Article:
Stress, stress, and more stress! We are seriously stressed out these days. At least that is what many studies are revealing about the general population in North America. A study done by the American Psychology Association found that close to two-thirds of adults feel “their life has been forever changed” by the Covid pandemic and its aftereffects. A recent survey revealed that since the pandemic, inflation, supply chain shortages, and global instability rank as the top 3 stressors in most people’s lives.

How Stressed Are You Really?

I’ve noticed that over the last couple of years, many of my clients, friends, and even myself have experienced an increase in stress levels. If you don’t agree, turn on the news and listen to the reports for a few minutes and then check in on how you feel. Are you anxious? Maybe you’re feeling somewhat hopeless?  You may even be stirred to anger. Even more, you may feel a bit of all these emotions, topped with a heaping measure of depression to boot! The fact is, we are facing another pandemic, a pandemic of stress leading to dysregulation.

A Dysregulated Generation

Dysregulation is a big word that means an abnormality or impairment in the regulation of a person’s metabolic, physiological, and/or psychological process. Often, abnormality or impairment occurs when we are constantly stressed out and under duress. When responding to dangerous and stressful situations, it’s our sympathetic nervous system (SNS) that jumps into action, which is also known as our fight or flight mode. Once the dangerous or stressful situation is over, our parasympathetic nervous system (PNS) kicks in to bring us back to a state of relaxation. The two systems work together to keep our bodies in balance. However, when our fight or flight mode is in a continual activated state our whole metabolic, physiological, and psychological process is in peril.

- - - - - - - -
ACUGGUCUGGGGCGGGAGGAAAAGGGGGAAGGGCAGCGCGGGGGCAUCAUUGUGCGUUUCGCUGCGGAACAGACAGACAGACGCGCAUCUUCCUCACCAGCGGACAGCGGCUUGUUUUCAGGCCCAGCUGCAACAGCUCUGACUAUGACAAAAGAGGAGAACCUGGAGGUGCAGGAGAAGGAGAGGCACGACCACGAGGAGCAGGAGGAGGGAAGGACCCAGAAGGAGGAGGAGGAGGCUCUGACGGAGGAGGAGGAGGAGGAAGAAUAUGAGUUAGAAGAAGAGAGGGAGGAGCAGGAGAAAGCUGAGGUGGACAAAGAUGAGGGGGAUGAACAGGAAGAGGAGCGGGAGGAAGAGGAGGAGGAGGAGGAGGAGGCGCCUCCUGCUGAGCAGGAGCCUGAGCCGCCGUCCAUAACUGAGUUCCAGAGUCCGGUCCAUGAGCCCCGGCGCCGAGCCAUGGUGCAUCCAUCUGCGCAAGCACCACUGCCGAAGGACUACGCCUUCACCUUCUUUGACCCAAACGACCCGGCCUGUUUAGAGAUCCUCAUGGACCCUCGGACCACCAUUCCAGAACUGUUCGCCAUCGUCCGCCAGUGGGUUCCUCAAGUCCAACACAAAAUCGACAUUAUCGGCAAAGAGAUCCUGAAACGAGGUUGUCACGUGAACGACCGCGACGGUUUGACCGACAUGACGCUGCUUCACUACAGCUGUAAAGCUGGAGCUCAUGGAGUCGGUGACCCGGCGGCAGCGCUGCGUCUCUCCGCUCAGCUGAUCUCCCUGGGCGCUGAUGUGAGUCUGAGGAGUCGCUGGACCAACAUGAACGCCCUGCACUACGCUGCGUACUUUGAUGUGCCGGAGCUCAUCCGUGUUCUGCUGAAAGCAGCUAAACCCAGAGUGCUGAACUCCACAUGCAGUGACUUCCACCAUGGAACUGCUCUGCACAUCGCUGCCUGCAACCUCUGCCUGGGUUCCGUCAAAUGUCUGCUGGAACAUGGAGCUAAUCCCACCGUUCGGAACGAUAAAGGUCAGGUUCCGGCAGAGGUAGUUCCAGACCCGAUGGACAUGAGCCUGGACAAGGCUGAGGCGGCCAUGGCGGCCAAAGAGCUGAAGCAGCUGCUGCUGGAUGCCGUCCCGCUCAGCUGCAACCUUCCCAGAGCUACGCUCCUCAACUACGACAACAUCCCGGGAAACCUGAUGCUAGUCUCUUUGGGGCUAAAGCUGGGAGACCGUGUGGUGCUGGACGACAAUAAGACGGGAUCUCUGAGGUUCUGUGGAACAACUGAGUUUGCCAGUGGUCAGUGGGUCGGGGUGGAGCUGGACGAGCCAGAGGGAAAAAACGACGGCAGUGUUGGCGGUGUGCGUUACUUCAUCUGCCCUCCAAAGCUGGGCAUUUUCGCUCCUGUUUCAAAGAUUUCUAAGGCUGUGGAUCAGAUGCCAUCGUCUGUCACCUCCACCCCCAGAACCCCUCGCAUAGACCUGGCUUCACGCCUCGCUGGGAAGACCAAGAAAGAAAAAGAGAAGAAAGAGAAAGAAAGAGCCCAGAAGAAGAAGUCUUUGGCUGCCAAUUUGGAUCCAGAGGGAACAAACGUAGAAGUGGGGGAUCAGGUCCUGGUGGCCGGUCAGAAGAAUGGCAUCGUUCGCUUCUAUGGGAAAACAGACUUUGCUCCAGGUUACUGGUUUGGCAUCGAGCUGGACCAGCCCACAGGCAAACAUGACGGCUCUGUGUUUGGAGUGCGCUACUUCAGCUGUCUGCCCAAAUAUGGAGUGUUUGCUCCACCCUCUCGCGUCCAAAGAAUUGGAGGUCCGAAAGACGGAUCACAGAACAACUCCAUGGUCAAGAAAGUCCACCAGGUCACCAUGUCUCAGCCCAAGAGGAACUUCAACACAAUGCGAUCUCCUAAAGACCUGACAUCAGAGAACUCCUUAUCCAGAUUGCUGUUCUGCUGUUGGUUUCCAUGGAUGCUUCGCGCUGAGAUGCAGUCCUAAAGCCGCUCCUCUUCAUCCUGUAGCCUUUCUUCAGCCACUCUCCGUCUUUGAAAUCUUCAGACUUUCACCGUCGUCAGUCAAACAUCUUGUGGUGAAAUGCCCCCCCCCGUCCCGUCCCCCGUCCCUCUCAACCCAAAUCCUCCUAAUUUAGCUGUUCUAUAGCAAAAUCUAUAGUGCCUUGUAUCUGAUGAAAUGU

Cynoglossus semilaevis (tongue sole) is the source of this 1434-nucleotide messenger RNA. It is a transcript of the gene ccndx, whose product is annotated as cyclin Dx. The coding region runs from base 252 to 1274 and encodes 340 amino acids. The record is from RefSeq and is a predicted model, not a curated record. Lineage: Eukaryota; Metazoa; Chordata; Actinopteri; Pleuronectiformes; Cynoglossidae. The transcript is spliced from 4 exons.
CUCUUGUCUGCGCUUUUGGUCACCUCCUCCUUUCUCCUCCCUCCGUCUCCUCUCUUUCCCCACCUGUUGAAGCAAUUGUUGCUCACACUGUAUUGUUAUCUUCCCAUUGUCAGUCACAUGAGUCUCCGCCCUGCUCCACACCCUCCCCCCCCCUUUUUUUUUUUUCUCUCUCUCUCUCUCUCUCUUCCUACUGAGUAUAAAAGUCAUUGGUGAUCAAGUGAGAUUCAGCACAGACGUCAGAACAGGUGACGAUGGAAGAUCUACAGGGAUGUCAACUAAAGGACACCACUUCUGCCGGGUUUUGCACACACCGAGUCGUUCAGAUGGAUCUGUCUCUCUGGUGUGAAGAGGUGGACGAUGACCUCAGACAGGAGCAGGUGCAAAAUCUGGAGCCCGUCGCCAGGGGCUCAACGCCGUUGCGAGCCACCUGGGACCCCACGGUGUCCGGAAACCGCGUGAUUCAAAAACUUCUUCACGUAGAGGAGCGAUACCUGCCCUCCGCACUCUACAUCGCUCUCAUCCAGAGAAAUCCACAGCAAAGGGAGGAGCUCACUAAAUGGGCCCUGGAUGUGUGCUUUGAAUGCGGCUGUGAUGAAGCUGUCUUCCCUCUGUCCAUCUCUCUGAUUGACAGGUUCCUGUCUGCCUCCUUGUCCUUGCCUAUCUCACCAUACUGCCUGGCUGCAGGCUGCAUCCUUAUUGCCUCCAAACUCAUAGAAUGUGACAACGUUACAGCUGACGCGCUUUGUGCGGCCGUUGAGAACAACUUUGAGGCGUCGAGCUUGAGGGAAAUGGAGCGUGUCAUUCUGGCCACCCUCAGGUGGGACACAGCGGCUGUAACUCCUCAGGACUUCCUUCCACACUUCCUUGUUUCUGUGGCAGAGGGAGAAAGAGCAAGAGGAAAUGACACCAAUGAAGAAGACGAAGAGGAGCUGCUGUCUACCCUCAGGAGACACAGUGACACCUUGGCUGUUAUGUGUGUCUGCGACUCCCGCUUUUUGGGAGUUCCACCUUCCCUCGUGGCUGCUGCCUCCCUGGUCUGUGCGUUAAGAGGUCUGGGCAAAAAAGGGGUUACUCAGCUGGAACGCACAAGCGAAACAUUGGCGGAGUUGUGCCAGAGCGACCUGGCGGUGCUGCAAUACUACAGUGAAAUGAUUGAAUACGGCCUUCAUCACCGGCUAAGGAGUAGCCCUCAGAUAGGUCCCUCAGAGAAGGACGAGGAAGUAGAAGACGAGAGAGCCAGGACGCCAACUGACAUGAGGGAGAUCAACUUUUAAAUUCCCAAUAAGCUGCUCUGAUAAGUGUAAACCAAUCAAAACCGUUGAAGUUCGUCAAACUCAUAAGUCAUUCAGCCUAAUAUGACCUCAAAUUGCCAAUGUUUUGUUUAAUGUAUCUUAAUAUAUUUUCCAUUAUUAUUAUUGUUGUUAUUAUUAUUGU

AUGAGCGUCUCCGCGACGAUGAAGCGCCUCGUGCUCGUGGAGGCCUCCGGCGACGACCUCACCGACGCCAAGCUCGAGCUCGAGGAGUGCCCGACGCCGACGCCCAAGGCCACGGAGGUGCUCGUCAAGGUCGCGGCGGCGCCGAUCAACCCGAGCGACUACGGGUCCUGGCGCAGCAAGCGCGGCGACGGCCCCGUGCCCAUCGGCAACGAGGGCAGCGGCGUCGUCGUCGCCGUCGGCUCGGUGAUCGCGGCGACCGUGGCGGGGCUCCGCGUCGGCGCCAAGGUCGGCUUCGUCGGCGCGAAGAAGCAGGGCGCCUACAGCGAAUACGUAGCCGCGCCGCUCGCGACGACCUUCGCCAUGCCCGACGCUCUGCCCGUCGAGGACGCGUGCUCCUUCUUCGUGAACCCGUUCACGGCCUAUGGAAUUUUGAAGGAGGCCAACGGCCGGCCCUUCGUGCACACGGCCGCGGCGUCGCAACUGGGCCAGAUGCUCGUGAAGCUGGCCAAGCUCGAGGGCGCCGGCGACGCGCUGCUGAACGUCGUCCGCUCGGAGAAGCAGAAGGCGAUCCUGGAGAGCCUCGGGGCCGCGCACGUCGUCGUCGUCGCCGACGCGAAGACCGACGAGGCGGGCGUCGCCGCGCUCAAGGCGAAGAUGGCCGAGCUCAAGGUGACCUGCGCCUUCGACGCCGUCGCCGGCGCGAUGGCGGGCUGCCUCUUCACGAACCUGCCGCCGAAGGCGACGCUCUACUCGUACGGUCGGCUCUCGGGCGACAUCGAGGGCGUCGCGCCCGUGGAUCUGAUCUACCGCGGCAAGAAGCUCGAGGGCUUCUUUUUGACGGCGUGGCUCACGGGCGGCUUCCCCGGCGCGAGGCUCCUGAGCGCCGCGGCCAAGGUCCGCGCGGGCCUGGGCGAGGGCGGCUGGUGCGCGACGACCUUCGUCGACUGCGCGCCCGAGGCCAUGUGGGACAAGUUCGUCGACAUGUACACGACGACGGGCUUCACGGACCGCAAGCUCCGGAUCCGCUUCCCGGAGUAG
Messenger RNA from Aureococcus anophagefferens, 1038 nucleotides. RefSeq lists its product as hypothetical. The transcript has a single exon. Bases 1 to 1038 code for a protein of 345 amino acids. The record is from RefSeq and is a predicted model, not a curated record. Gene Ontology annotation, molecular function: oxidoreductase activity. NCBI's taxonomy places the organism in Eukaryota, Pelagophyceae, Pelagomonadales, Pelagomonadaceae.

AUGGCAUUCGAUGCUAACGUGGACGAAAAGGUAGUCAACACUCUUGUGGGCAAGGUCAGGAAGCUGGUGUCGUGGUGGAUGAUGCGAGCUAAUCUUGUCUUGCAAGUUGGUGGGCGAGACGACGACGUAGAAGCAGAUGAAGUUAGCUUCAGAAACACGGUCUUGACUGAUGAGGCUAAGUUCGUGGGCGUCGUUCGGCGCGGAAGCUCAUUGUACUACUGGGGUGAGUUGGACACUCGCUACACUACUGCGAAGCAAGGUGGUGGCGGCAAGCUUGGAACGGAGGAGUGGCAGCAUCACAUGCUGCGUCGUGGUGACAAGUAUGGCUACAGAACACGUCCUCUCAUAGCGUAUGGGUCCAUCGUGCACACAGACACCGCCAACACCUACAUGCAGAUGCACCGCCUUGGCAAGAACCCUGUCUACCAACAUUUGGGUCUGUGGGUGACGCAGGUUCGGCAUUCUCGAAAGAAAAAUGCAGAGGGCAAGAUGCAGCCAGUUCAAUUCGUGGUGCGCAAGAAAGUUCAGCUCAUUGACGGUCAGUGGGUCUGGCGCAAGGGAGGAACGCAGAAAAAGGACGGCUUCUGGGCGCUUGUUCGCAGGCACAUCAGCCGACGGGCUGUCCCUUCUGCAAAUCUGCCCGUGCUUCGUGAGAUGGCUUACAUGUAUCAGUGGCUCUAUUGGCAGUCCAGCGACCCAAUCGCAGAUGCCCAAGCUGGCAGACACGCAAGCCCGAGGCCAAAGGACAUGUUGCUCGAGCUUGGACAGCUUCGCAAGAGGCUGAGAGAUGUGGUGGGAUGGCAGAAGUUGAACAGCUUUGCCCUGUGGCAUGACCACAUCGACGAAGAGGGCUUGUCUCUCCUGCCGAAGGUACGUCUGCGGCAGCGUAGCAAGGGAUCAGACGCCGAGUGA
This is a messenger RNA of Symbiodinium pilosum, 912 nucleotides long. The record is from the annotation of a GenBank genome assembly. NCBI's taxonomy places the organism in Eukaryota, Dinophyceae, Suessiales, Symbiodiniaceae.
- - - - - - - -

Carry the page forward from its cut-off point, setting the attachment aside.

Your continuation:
Your Nervous System Danger Zone 

One of the key contributors to mental health issues is a dysregulated nervous system. A dysregulated nervous system will often cause us to respond (thoughts, feelings, behavior) in inappropriate or disproportional ways by either over-reacting or under-reacting to an event, person, or situation. The mental health issues caused by nervous system dysregulation may include depression, anxiety, and poor memory or concentration. Inappropriate behaviors could also result such as outbursts of anger or rage, passive aggression, shutting down or isolation, lying, and being argumentative or combative.

Are You at Risk?

If you’re concerned about having a dysregulated nervous system, you’re in good company. In truth, nearly everyone is at risk, mostly due to the reality of our ever-increasing stressful world. Whether it be financial burdens, the threat of global conflict, political unrest, or just the everyday grind of rush hour traffic and work pressures, the world has become a breeding ground for stress and an overloaded nervous system. Even a trait such as perfectionism can make you more vulnerable to a dysregulated nervous system as you add more stress by performing in an already overperforming culture and society.

Other factors that could further put you at risk include things such as:

  • A history of emotional, psychological or physical abuse.
  • A history of traumatic events or post-traumatic stress disorder (PTSD).
  • Physical and/or emotional burnout and exhaustion.
  • Hormonal imbalances.
  • Certain medical conditions such as diabetes.

Finding Balance

Fortunately, a dysregulated nervous system does not mean your life is now a mess and there’s no getting back to normal. We can always find ways to bring ourselves back into balance. Even if there have been traumatic events that have thrown your system out of balance, healing, and recovery are not out of reach. Getting back to a place of peace and wholeness may seem unattainable, but be assured, if you commit and stay focused, you can get back to a state of calm and well-being.